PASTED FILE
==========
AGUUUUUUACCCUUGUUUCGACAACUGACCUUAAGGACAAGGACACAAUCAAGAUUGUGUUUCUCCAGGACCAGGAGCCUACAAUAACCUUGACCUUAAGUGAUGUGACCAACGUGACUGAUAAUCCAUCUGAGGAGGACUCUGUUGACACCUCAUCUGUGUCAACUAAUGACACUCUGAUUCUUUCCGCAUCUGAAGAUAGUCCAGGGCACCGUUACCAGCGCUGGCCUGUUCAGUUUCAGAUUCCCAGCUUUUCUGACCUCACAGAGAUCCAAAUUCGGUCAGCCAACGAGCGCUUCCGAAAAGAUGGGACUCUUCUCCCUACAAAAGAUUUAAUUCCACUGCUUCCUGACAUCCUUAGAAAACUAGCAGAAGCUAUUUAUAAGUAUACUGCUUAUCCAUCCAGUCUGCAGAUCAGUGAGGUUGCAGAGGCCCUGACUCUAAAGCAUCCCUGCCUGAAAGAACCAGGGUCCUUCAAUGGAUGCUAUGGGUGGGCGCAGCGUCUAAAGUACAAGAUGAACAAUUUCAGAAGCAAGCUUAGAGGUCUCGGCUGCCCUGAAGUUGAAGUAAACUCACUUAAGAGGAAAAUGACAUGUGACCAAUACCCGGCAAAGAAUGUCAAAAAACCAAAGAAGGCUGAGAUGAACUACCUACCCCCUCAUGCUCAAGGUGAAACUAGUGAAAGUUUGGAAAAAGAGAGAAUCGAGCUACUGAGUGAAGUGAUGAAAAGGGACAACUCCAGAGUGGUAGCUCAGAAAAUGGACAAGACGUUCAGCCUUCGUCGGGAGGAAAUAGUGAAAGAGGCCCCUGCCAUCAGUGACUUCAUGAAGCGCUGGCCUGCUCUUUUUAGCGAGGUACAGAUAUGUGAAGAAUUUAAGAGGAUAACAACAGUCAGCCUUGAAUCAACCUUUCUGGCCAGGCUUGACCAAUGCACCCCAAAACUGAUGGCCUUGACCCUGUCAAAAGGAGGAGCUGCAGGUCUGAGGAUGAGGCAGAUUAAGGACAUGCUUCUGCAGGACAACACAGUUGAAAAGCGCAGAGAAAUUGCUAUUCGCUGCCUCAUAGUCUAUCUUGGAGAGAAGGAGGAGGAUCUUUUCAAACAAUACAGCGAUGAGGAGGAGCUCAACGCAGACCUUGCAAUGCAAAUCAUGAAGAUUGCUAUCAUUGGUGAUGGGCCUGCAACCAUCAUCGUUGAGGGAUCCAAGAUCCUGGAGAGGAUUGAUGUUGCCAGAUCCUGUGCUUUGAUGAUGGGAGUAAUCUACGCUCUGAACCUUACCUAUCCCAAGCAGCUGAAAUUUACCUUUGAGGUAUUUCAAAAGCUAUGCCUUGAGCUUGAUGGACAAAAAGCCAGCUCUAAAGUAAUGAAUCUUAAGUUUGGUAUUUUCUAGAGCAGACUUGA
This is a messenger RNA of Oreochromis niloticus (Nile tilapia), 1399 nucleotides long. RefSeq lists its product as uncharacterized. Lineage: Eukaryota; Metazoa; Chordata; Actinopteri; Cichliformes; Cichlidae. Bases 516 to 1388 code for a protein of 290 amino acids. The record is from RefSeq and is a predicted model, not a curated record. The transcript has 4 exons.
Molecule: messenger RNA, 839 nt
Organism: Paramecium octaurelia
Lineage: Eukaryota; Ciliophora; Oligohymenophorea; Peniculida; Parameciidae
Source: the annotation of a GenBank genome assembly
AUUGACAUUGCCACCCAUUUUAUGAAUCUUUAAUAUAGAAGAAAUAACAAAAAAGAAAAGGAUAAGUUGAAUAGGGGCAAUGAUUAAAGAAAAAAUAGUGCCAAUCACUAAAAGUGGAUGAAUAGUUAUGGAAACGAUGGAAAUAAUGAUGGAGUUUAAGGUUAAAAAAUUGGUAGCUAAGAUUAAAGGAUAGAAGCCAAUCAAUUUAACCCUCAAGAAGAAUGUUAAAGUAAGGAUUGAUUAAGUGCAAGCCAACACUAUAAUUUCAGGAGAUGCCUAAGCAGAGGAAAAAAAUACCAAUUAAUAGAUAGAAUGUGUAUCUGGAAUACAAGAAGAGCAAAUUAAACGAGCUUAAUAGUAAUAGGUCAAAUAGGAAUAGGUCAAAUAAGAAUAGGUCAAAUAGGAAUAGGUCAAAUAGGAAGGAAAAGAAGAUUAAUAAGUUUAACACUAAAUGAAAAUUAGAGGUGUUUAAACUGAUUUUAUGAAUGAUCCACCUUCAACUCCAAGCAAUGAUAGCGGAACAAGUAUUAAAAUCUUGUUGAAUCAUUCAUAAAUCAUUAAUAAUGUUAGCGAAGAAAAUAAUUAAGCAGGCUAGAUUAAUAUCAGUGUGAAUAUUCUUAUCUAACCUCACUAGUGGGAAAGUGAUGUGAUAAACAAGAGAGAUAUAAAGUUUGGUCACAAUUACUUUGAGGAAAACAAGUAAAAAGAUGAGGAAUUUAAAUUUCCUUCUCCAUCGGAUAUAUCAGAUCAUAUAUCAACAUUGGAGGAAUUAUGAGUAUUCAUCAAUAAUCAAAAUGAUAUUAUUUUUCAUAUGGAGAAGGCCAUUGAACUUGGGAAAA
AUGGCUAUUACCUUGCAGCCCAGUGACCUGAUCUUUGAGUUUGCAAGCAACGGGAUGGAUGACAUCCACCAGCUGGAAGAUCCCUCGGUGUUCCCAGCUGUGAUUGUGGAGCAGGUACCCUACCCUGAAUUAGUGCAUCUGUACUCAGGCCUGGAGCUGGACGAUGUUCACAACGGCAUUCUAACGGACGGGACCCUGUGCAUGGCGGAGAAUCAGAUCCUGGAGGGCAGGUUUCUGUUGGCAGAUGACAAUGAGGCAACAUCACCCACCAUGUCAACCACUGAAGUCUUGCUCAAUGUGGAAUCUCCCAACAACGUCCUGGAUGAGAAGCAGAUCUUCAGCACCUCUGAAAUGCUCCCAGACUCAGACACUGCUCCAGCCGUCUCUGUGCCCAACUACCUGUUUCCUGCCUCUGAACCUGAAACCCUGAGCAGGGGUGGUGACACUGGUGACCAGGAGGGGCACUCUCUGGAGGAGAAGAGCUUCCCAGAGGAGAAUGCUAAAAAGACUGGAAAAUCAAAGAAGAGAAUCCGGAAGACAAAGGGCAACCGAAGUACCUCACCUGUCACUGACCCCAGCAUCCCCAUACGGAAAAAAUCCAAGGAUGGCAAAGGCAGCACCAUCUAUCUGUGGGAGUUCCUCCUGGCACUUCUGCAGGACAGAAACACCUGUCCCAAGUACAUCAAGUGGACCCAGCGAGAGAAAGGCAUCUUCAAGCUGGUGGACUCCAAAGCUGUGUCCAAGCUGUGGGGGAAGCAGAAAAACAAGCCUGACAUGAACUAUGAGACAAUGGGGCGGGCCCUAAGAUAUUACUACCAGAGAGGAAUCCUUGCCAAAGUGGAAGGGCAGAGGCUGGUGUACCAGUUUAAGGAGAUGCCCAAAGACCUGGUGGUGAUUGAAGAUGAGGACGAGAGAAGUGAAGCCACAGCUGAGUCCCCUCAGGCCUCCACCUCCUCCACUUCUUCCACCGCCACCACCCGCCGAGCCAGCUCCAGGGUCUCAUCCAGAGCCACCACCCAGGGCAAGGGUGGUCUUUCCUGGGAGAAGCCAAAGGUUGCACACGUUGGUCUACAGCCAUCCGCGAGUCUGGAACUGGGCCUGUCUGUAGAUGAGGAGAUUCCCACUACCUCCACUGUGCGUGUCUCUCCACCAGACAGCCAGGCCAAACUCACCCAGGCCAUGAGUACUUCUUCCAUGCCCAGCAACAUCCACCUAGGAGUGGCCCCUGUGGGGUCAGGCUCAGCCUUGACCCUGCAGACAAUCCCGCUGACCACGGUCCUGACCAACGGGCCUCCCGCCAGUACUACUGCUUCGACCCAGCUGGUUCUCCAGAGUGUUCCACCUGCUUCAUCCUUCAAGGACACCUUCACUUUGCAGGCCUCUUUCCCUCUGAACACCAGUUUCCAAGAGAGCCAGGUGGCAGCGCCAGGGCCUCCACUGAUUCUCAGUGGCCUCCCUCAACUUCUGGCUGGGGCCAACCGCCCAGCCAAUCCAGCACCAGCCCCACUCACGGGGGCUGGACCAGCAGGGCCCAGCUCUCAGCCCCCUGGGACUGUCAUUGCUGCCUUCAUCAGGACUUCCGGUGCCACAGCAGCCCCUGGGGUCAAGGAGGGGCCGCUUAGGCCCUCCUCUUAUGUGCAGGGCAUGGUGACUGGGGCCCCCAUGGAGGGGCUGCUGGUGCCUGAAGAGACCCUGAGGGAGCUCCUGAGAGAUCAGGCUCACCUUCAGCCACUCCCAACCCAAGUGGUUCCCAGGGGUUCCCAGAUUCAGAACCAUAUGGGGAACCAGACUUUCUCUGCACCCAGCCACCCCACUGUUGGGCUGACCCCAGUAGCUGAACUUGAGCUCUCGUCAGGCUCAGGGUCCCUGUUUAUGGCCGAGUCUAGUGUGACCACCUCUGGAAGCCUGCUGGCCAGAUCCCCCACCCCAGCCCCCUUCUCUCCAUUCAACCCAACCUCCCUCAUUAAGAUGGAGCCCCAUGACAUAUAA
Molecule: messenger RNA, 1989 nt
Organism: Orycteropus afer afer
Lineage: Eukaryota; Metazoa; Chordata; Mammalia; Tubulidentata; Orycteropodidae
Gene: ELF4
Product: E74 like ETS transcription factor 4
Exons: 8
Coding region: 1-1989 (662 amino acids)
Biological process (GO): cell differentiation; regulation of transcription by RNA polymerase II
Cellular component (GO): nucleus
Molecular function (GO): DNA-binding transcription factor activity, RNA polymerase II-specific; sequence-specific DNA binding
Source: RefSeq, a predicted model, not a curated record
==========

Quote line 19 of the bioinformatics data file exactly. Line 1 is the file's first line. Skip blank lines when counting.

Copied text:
Source: RefSeq, a predicted model, not a curated record